The Collect makes us ask that “we may be inwardly reformed by Him, whom we recognise to have been outwardly like unto ourselves”.
O God, Whose only-begotten Son appeared in the substance of our flesh, grant, we beseech Thee, that we may be inwardly reformed by Him, whom we recognise to have been outwardly like ourselves. (Collect of the Mass)
This is not a grace for which we would, of ourselves, dare ask. It is a risky thing to say to God. “reform me inwardly” because most of us, I think, are resistent to reform. We do not like change, especially when that change touches us personally. I am reminded of what Satan said to God in the first chapter of the book of Job: “Stretch forth thy hand a little, and touch all that he hath, and see if he blesseth thee not to thy face” (Job 1:11). We Benedictines are in a most peculiar bind. We have made profession of conversatio morum. This means that we have given God full and unlimited permission to change us as He sees fit, and this over a whole lifetime. One doesn’t enter a monastery to be safe, and comfortable, and cosy. One enters to take the great risk, saying to God: “Change Thou me, as Thou wilt, when Thou wilt, and in the way Thou wilt, and to Thy divine reforming action, I shall add my little Amen of adoration and submission”. Thus does Mother Mectilde write in The True Spirit:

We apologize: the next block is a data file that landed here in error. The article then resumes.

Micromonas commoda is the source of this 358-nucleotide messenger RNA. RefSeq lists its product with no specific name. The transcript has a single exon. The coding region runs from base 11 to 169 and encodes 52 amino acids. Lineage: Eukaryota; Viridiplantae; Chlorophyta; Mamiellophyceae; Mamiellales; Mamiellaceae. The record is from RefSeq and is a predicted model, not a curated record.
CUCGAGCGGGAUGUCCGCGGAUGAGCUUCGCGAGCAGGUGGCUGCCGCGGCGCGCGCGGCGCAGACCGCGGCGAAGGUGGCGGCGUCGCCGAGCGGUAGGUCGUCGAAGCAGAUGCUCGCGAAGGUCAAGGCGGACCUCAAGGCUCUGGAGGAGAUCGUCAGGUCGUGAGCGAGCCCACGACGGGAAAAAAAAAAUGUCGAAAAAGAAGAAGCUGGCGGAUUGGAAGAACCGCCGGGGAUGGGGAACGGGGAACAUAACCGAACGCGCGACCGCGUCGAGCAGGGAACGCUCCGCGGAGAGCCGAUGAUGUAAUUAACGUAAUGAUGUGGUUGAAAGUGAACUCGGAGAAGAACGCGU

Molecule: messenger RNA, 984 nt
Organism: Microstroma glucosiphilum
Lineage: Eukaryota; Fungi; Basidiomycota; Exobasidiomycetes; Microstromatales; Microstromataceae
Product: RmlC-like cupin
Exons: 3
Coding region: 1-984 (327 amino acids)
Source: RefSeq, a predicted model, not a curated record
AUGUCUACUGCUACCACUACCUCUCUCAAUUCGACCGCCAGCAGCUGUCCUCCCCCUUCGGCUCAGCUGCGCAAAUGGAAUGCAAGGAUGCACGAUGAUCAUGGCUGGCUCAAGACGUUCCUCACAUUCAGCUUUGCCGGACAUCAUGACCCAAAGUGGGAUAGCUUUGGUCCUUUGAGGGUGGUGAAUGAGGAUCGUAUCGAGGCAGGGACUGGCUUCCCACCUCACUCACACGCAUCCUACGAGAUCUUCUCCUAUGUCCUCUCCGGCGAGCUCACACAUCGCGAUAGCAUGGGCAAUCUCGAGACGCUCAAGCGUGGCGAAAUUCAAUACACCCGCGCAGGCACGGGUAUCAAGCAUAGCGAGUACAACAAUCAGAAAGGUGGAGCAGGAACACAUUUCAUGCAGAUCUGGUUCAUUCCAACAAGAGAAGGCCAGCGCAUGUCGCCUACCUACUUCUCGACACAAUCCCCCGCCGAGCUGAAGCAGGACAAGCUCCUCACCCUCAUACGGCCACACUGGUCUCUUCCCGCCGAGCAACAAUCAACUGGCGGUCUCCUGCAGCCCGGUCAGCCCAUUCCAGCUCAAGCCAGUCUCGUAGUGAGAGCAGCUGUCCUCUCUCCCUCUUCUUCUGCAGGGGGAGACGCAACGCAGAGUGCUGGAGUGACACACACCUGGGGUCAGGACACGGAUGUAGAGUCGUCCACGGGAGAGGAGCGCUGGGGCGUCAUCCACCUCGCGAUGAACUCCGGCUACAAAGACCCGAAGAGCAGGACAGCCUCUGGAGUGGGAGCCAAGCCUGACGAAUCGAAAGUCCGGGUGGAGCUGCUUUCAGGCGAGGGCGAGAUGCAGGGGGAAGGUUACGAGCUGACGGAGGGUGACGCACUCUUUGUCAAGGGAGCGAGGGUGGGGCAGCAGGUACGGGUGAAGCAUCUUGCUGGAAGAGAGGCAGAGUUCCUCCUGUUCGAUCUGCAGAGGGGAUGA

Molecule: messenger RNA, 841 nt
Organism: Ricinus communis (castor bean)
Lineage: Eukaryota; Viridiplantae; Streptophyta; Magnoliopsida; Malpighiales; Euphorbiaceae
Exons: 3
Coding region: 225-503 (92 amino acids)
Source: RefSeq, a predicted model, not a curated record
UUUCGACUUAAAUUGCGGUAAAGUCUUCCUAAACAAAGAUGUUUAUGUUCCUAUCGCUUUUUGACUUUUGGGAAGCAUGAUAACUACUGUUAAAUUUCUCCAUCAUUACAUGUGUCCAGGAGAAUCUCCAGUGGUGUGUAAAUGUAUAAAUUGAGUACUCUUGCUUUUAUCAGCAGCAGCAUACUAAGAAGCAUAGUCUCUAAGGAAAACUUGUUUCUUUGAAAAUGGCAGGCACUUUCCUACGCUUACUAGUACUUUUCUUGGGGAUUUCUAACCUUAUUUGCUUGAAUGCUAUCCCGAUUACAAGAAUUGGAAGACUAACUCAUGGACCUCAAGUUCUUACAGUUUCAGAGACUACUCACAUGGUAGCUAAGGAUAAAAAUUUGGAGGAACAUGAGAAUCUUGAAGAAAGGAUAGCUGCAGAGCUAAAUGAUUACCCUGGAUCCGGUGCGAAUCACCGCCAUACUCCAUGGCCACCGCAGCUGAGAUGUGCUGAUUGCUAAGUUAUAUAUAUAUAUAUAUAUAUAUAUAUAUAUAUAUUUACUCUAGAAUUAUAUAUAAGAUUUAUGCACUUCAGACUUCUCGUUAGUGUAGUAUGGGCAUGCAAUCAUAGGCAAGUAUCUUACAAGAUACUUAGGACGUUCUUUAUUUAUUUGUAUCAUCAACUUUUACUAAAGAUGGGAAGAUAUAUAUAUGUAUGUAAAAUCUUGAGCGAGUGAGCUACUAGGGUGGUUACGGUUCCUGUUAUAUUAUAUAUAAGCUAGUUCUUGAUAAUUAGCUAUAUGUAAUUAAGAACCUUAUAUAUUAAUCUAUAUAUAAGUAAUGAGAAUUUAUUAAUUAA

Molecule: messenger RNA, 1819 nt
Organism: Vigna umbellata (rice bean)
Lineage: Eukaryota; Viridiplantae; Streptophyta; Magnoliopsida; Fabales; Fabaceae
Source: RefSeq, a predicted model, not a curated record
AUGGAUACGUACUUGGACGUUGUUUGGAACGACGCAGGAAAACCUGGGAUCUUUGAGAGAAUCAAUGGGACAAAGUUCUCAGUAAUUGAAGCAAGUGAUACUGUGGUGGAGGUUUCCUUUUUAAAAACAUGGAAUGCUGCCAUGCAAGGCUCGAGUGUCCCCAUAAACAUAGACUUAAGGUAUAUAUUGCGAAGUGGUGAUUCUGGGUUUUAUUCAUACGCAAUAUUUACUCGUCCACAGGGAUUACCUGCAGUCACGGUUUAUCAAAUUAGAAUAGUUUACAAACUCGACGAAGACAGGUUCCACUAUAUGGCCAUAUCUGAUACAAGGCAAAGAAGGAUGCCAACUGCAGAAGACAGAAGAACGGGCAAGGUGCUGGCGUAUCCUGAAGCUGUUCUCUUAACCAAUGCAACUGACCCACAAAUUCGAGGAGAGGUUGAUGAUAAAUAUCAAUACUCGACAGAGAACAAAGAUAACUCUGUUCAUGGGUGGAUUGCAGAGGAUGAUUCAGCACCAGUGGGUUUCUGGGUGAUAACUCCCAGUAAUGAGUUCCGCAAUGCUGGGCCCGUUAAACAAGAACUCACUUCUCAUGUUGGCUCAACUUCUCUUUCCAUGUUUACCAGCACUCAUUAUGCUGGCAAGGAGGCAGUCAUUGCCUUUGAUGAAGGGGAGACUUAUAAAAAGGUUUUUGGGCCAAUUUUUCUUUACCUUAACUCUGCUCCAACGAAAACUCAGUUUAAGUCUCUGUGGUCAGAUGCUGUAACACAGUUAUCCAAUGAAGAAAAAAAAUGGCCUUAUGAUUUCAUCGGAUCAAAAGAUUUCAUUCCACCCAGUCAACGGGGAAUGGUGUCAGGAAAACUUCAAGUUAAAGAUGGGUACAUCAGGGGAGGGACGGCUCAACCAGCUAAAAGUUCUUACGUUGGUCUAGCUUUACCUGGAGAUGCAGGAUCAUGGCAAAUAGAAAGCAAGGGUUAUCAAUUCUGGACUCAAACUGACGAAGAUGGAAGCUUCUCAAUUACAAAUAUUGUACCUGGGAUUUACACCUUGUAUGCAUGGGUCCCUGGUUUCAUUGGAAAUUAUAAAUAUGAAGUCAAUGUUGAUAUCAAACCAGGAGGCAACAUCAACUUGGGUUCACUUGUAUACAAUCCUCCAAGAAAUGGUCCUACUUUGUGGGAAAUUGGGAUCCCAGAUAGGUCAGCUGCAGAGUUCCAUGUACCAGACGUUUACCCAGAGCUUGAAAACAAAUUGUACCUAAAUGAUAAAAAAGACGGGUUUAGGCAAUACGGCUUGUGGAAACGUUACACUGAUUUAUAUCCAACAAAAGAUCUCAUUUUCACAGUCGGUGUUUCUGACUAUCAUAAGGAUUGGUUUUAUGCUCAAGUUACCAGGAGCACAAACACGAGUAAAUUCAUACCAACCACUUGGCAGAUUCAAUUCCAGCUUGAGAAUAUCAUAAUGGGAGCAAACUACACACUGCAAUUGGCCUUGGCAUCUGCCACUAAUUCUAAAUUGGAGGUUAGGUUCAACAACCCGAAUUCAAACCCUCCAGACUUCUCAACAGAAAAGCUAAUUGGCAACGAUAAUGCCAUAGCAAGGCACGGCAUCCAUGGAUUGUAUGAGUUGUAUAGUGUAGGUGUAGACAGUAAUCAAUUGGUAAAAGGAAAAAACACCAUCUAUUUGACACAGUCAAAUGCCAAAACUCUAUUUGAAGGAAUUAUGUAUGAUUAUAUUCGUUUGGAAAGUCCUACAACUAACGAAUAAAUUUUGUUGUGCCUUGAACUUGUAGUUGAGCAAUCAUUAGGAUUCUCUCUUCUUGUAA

If they cannot possess themselves in peace, reverence and attention, let them from their very heart repeat over and over again in union with the church, Amen. This word is full of mystery, it is the soul’s acknowledgement of, and consent to what God does in his Church and to what the Church does for God.
Sons in the Son
The Gospel is a great unveiling of the Most Holy Trinity. The Baptism of the Lord is the first of a series of festivals of the Most Holy Trinity. The second Trinitarian festival is the Transfiguration of the Lord on the Second Sunday of Lent and again on August 6th. The third Trinitarian festival is on the Octave Day of Pentecost, when the whole work of Redemption is summed up and turned into doxology, that is, praise of the Father, and of the Son, and of the Holy Ghost. Pray to Saint John the Baptist today; it is Saint John, the friend of the Bridegroom, who bears witness to the Most Holy Trinity: